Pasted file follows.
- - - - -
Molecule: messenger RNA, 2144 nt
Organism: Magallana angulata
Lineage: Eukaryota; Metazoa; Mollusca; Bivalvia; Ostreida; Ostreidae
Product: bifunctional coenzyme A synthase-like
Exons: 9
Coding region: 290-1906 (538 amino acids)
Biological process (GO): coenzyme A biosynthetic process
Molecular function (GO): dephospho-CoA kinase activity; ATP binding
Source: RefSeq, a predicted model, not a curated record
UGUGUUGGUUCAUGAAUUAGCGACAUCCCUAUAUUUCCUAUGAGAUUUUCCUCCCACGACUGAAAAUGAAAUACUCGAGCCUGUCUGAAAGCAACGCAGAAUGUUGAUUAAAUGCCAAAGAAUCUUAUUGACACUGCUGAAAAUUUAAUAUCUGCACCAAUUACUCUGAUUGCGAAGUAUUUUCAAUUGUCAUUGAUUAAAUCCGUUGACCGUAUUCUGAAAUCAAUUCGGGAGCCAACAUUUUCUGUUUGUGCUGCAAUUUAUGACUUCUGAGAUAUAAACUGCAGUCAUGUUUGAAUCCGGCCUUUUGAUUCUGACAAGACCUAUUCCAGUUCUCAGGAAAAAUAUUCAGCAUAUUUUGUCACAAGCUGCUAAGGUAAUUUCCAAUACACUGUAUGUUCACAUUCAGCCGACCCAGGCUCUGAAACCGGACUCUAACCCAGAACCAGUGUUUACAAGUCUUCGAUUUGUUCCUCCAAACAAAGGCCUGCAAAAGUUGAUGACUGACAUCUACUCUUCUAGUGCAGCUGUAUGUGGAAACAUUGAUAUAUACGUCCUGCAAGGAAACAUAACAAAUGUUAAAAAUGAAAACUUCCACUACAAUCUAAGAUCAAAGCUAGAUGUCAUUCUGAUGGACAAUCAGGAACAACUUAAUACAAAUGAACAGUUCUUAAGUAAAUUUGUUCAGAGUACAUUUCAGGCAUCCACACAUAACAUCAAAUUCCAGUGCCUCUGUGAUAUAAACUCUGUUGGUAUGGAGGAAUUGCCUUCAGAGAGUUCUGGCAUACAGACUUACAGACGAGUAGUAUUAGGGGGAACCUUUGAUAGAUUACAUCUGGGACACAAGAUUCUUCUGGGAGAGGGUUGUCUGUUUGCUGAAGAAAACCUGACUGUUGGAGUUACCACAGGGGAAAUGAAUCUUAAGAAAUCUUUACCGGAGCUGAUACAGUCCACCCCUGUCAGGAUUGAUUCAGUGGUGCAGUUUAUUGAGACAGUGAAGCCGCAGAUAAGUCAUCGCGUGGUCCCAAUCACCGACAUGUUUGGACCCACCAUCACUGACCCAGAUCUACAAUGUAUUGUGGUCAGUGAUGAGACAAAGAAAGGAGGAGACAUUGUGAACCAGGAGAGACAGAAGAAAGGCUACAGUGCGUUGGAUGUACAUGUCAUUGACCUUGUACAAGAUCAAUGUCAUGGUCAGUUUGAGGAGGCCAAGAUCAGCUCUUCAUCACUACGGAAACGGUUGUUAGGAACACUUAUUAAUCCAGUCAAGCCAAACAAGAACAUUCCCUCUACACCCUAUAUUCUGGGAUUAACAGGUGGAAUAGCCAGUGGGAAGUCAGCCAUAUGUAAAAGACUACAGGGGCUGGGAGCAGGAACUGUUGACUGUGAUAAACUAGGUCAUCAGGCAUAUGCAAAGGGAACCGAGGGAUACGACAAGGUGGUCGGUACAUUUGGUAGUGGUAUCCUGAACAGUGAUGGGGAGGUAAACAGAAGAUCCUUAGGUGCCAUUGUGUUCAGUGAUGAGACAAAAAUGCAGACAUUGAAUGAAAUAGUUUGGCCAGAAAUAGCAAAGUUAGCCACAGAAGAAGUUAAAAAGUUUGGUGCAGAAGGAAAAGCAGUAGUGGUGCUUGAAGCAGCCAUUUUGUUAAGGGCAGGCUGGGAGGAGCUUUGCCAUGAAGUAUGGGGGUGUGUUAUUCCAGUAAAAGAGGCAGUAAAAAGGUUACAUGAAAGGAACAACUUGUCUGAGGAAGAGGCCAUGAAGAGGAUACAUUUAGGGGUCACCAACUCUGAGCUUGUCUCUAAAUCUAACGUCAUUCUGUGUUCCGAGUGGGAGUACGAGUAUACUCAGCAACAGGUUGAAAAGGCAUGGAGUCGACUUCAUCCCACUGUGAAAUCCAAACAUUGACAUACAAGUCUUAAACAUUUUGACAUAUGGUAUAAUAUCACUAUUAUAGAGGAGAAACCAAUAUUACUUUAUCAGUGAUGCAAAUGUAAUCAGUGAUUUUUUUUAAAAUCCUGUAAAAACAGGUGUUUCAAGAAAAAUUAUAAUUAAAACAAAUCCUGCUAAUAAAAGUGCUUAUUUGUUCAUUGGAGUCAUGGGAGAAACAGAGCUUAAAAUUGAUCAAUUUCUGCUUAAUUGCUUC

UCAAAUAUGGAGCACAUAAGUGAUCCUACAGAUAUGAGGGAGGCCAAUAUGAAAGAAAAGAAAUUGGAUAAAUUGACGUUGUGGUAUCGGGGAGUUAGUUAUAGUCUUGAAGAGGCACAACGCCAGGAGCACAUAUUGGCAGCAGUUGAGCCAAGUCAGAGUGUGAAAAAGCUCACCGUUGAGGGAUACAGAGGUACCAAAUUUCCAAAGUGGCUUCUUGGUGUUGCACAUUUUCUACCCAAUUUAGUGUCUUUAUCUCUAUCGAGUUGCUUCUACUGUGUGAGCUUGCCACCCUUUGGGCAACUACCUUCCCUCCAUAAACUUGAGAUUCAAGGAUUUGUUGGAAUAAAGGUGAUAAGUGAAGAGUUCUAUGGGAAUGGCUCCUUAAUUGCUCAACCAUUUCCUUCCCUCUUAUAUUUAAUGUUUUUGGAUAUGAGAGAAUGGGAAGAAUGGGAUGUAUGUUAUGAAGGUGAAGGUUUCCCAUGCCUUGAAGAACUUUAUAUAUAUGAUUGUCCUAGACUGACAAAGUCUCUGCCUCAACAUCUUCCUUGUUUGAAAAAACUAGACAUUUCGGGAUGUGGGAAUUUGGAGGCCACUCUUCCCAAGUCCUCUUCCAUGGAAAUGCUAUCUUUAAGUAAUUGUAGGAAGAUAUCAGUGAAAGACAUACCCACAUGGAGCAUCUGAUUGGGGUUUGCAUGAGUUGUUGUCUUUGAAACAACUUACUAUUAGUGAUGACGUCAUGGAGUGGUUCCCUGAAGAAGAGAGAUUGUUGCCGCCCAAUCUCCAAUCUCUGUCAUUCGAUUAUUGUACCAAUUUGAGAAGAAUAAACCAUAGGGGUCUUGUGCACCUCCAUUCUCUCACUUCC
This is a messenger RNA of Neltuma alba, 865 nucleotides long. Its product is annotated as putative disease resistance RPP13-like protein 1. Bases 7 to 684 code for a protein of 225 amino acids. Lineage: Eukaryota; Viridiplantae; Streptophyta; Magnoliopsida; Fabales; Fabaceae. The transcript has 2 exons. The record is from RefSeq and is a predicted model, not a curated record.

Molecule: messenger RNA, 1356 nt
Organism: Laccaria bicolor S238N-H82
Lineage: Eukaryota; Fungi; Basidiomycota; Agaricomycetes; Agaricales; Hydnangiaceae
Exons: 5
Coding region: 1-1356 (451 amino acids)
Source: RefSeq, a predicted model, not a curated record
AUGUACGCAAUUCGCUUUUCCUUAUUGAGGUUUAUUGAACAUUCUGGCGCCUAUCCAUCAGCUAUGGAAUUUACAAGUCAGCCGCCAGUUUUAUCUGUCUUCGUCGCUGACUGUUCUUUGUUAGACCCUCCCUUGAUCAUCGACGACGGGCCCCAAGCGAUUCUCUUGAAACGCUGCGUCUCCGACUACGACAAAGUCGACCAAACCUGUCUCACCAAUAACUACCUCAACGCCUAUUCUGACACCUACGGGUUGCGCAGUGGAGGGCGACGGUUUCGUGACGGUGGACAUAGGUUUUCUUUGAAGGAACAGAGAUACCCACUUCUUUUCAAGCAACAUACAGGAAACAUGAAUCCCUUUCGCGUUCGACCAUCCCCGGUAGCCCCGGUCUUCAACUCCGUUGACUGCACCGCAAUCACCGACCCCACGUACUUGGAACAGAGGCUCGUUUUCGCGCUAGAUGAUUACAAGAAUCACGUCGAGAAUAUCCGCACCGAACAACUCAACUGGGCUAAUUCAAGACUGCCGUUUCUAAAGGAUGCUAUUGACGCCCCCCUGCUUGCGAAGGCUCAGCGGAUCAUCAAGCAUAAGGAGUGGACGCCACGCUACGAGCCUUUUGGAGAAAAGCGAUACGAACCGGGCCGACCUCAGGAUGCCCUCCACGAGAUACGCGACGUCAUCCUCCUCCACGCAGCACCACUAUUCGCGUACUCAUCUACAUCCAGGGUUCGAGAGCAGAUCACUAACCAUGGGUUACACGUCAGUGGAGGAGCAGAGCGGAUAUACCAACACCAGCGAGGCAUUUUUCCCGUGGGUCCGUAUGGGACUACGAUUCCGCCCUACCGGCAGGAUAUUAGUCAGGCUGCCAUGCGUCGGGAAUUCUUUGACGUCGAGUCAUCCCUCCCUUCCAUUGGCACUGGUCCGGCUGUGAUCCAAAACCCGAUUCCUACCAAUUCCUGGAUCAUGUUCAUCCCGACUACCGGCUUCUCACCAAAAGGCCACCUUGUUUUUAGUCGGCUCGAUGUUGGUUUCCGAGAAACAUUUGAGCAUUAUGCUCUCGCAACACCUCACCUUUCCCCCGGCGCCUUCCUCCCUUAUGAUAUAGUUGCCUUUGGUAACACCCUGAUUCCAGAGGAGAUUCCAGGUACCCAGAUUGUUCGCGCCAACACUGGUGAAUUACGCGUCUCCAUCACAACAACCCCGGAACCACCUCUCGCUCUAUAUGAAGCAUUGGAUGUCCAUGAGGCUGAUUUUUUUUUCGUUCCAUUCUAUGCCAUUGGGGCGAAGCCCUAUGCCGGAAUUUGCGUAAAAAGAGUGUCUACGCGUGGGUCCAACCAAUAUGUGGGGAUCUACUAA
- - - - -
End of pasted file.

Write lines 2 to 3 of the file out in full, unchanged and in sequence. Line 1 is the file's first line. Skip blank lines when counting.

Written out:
Organism: Magallana angulata
Lineage: Eukaryota; Metazoa; Mollusca; Bivalvia; Ostreida; Ostreidae